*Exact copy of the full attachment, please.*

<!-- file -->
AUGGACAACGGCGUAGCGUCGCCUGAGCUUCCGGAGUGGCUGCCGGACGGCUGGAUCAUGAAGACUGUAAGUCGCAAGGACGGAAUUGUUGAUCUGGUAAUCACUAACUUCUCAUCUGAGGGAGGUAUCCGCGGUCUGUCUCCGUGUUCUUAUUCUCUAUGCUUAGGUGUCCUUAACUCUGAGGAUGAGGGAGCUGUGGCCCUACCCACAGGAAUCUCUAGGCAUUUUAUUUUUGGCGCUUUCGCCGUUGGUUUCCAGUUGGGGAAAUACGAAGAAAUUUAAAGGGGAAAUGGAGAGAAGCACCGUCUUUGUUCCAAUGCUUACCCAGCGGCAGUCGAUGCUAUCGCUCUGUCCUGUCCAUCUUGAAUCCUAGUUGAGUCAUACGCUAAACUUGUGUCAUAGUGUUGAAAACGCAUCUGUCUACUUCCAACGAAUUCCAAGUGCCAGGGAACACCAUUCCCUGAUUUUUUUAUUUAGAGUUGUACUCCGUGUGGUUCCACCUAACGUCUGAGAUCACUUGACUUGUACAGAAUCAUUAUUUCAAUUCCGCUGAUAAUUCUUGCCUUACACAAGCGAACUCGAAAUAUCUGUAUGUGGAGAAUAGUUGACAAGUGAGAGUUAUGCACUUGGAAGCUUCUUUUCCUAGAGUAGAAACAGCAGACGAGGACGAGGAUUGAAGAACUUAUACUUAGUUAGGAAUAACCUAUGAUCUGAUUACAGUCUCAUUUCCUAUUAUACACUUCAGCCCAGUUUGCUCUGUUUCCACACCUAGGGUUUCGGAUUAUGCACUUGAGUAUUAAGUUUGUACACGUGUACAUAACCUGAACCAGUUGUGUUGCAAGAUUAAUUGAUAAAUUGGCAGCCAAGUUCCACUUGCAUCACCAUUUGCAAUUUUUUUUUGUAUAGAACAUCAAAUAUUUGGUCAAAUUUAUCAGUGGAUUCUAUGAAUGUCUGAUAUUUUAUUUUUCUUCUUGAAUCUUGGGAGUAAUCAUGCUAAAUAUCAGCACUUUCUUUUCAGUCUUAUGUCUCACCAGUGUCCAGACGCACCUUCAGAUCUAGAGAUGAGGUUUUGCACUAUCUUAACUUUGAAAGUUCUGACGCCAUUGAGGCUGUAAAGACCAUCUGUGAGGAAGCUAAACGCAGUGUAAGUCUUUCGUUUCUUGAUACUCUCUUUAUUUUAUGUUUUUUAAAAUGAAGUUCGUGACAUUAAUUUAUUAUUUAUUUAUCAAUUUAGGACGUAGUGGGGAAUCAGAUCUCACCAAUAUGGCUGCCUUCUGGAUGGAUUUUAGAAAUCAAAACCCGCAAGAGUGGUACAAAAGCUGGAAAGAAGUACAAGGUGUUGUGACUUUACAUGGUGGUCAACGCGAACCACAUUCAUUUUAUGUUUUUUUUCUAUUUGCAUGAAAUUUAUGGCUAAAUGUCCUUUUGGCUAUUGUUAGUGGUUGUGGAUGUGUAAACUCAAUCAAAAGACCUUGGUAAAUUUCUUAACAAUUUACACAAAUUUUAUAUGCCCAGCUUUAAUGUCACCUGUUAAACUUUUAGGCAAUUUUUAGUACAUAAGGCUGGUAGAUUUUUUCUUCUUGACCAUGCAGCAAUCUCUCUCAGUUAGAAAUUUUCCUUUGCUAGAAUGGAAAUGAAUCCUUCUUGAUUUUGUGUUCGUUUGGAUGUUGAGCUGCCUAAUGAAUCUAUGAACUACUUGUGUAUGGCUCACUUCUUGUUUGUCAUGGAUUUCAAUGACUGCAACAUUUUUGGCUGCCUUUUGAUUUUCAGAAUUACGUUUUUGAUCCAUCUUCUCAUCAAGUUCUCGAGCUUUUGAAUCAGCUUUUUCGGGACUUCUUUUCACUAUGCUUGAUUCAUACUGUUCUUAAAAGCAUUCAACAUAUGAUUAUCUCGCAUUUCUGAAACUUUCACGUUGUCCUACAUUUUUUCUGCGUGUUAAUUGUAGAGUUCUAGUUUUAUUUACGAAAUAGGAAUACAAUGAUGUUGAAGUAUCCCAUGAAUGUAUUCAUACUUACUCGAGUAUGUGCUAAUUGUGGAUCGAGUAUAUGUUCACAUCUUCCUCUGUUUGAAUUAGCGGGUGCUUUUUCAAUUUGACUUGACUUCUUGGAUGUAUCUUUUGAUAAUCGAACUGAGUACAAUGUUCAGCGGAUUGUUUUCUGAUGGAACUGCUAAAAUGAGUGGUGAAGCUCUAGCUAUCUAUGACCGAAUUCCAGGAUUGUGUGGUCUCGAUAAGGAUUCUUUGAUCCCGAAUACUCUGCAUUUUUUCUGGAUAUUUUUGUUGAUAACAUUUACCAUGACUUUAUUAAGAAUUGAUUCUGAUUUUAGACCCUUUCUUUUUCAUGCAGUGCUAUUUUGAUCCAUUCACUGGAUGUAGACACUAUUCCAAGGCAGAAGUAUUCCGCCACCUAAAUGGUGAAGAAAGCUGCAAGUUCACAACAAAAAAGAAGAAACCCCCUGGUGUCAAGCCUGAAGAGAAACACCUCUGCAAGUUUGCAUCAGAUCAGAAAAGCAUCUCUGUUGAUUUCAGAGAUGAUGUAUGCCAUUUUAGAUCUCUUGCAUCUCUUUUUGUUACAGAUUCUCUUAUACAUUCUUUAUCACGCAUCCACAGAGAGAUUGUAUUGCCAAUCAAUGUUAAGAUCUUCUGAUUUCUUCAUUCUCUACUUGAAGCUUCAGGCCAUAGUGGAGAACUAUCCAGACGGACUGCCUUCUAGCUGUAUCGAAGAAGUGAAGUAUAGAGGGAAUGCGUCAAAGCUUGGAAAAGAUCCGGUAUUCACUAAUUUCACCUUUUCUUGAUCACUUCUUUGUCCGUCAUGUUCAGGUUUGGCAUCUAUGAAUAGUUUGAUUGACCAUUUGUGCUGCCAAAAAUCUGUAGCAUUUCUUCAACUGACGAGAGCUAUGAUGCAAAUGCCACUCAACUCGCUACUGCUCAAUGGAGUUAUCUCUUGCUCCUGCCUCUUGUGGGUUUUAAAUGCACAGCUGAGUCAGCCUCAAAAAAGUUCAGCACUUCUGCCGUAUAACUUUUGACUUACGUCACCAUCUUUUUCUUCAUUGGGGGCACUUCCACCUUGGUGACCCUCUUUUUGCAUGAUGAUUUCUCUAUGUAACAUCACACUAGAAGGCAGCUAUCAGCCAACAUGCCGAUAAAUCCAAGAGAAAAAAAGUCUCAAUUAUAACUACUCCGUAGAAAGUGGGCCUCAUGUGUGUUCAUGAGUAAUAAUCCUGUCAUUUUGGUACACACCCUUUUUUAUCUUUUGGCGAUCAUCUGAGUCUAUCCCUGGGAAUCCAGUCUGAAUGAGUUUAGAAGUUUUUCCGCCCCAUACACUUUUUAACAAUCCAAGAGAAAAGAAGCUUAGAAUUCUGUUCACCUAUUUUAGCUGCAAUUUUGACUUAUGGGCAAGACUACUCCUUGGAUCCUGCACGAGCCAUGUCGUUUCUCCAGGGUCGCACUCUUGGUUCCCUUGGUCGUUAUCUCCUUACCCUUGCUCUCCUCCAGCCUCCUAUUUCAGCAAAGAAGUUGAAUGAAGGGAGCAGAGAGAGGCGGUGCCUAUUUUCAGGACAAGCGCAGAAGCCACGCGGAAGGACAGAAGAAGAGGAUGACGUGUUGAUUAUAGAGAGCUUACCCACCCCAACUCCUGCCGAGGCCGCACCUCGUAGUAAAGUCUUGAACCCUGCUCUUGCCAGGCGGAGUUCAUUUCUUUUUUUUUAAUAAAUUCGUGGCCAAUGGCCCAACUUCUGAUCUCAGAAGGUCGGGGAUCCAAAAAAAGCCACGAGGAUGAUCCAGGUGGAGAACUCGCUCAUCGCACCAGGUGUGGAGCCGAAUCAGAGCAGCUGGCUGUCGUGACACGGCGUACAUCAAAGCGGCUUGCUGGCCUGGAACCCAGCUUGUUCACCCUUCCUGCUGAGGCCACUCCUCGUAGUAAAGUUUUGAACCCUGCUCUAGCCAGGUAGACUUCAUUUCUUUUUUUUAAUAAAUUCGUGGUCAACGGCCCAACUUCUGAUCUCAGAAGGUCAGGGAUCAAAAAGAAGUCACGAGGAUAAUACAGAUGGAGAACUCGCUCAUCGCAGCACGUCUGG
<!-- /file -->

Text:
AUGGACAACGGCGUAGCGUCGCCUGAGCUUCCGGAGUGGCUGCCGGACGGCUGGAUCAUGAAGACUGUAAGUCGCAAGGACGGAAUUGUUGAUCUGGUAAUCACUAACUUCUCAUCUGAGGGAGGUAUCCGCGGUCUGUCUCCGUGUUCUUAUUCUCUAUGCUUAGGUGUCCUUAACUCUGAGGAUGAGGGAGCUGUGGCCCUACCCACAGGAAUCUCUAGGCAUUUUAUUUUUGGCGCUUUCGCCGUUGGUUUCCAGUUGGGGAAAUACGAAGAAAUUUAAAGGGGAAAUGGAGAGAAGCACCGUCUUUGUUCCAAUGCUUACCCAGCGGCAGUCGAUGCUAUCGCUCUGUCCUGUCCAUCUUGAAUCCUAGUUGAGUCAUACGCUAAACUUGUGUCAUAGUGUUGAAAACGCAUCUGUCUACUUCCAACGAAUUCCAAGUGCCAGGGAACACCAUUCCCUGAUUUUUUUAUUUAGAGUUGUACUCCGUGUGGUUCCACCUAACGUCUGAGAUCACUUGACUUGUACAGAAUCAUUAUUUCAAUUCCGCUGAUAAUUCUUGCCUUACACAAGCGAACUCGAAAUAUCUGUAUGUGGAGAAUAGUUGACAAGUGAGAGUUAUGCACUUGGAAGCUUCUUUUCCUAGAGUAGAAACAGCAGACGAGGACGAGGAUUGAAGAACUUAUACUUAGUUAGGAAUAACCUAUGAUCUGAUUACAGUCUCAUUUCCUAUUAUACACUUCAGCCCAGUUUGCUCUGUUUCCACACCUAGGGUUUCGGAUUAUGCACUUGAGUAUUAAGUUUGUACACGUGUACAUAACCUGAACCAGUUGUGUUGCAAGAUUAAUUGAUAAAUUGGCAGCCAAGUUCCACUUGCAUCACCAUUUGCAAUUUUUUUUUGUAUAGAACAUCAAAUAUUUGGUCAAAUUUAUCAGUGGAUUCUAUGAAUGUCUGAUAUUUUAUUUUUCUUCUUGAAUCUUGGGAGUAAUCAUGCUAAAUAUCAGCACUUUCUUUUCAGUCUUAUGUCUCACCAGUGUCCAGACGCACCUUCAGAUCUAGAGAUGAGGUUUUGCACUAUCUUAACUUUGAAAGUUCUGACGCCAUUGAGGCUGUAAAGACCAUCUGUGAGGAAGCUAAACGCAGUGUAAGUCUUUCGUUUCUUGAUACUCUCUUUAUUUUAUGUUUUUUAAAAUGAAGUUCGUGACAUUAAUUUAUUAUUUAUUUAUCAAUUUAGGACGUAGUGGGGAAUCAGAUCUCACCAAUAUGGCUGCCUUCUGGAUGGAUUUUAGAAAUCAAAACCCGCAAGAGUGGUACAAAAGCUGGAAAGAAGUACAAGGUGUUGUGACUUUACAUGGUGGUCAACGCGAACCACAUUCAUUUUAUGUUUUUUUUCUAUUUGCAUGAAAUUUAUGGCUAAAUGUCCUUUUGGCUAUUGUUAGUGGUUGUGGAUGUGUAAACUCAAUCAAAAGACCUUGGUAAAUUUCUUAACAAUUUACACAAAUUUUAUAUGCCCAGCUUUAAUGUCACCUGUUAAACUUUUAGGCAAUUUUUAGUACAUAAGGCUGGUAGAUUUUUUCUUCUUGACCAUGCAGCAAUCUCUCUCAGUUAGAAAUUUUCCUUUGCUAGAAUGGAAAUGAAUCCUUCUUGAUUUUGUGUUCGUUUGGAUGUUGAGCUGCCUAAUGAAUCUAUGAACUACUUGUGUAUGGCUCACUUCUUGUUUGUCAUGGAUUUCAAUGACUGCAACAUUUUUGGCUGCCUUUUGAUUUUCAGAAUUACGUUUUUGAUCCAUCUUCUCAUCAAGUUCUCGAGCUUUUGAAUCAGCUUUUUCGGGACUUCUUUUCACUAUGCUUGAUUCAUACUGUUCUUAAAAGCAUUCAACAUAUGAUUAUCUCGCAUUUCUGAAACUUUCACGUUGUCCUACAUUUUUUCUGCGUGUUAAUUGUAGAGUUCUAGUUUUAUUUACGAAAUAGGAAUACAAUGAUGUUGAAGUAUCCCAUGAAUGUAUUCAUACUUACUCGAGUAUGUGCUAAUUGUGGAUCGAGUAUAUGUUCACAUCUUCCUCUGUUUGAAUUAGCGGGUGCUUUUUCAAUUUGACUUGACUUCUUGGAUGUAUCUUUUGAUAAUCGAACUGAGUACAAUGUUCAGCGGAUUGUUUUCUGAUGGAACUGCUAAAAUGAGUGGUGAAGCUCUAGCUAUCUAUGACCGAAUUCCAGGAUUGUGUGGUCUCGAUAAGGAUUCUUUGAUCCCGAAUACUCUGCAUUUUUUCUGGAUAUUUUUGUUGAUAACAUUUACCAUGACUUUAUUAAGAAUUGAUUCUGAUUUUAGACCCUUUCUUUUUCAUGCAGUGCUAUUUUGAUCCAUUCACUGGAUGUAGACACUAUUCCAAGGCAGAAGUAUUCCGCCACCUAAAUGGUGAAGAAAGCUGCAAGUUCACAACAAAAAAGAAGAAACCCCCUGGUGUCAAGCCUGAAGAGAAACACCUCUGCAAGUUUGCAUCAGAUCAGAAAAGCAUCUCUGUUGAUUUCAGAGAUGAUGUAUGCCAUUUUAGAUCUCUUGCAUCUCUUUUUGUUACAGAUUCUCUUAUACAUUCUUUAUCACGCAUCCACAGAGAGAUUGUAUUGCCAAUCAAUGUUAAGAUCUUCUGAUUUCUUCAUUCUCUACUUGAAGCUUCAGGCCAUAGUGGAGAACUAUCCAGACGGACUGCCUUCUAGCUGUAUCGAAGAAGUGAAGUAUAGAGGGAAUGCGUCAAAGCUUGGAAAAGAUCCGGUAUUCACUAAUUUCACCUUUUCUUGAUCACUUCUUUGUCCGUCAUGUUCAGGUUUGGCAUCUAUGAAUAGUUUGAUUGACCAUUUGUGCUGCCAAAAAUCUGUAGCAUUUCUUCAACUGACGAGAGCUAUGAUGCAAAUGCCACUCAACUCGCUACUGCUCAAUGGAGUUAUCUCUUGCUCCUGCCUCUUGUGGGUUUUAAAUGCACAGCUGAGUCAGCCUCAAAAAAGUUCAGCACUUCUGCCGUAUAACUUUUGACUUACGUCACCAUCUUUUUCUUCAUUGGGGGCACUUCCACCUUGGUGACCCUCUUUUUGCAUGAUGAUUUCUCUAUGUAACAUCACACUAGAAGGCAGCUAUCAGCCAACAUGCCGAUAAAUCCAAGAGAAAAAAAGUCUCAAUUAUAACUACUCCGUAGAAAGUGGGCCUCAUGUGUGUUCAUGAGUAAUAAUCCUGUCAUUUUGGUACACACCCUUUUUUAUCUUUUGGCGAUCAUCUGAGUCUAUCCCUGGGAAUCCAGUCUGAAUGAGUUUAGAAGUUUUUCCGCCCCAUACACUUUUUAACAAUCCAAGAGAAAAGAAGCUUAGAAUUCUGUUCACCUAUUUUAGCUGCAAUUUUGACUUAUGGGCAAGACUACUCCUUGGAUCCUGCACGAGCCAUGUCGUUUCUCCAGGGUCGCACUCUUGGUUCCCUUGGUCGUUAUCUCCUUACCCUUGCUCUCCUCCAGCCUCCUAUUUCAGCAAAGAAGUUGAAUGAAGGGAGCAGAGAGAGGCGGUGCCUAUUUUCAGGACAAGCGCAGAAGCCACGCGGAAGGACAGAAGAAGAGGAUGACGUGUUGAUUAUAGAGAGCUUACCCACCCCAACUCCUGCCGAGGCCGCACCUCGUAGUAAAGUCUUGAACCCUGCUCUUGCCAGGCGGAGUUCAUUUCUUUUUUUUUAAUAAAUUCGUGGCCAAUGGCCCAACUUCUGAUCUCAGAAGGUCGGGGAUCCAAAAAAAGCCACGAGGAUGAUCCAGGUGGAGAACUCGCUCAUCGCACCAGGUGUGGAGCCGAAUCAGAGCAGCUGGCUGUCGUGACACGGCGUACAUCAAAGCGGCUUGCUGGCCUGGAACCCAGCUUGUUCACCCUUCCUGCUGAGGCCACUCCUCGUAGUAAAGUUUUGAACCCUGCUCUAGCCAGGUAGACUUCAUUUCUUUUUUUUAAUAAAUUCGUGGUCAACGGCCCAACUUCUGAUCUCAGAAGGUCAGGGAUCAAAAAGAAGUCACGAGGAUAAUACAGAUGGAGAACUCGCUCAUCGCAGCACGUCUGG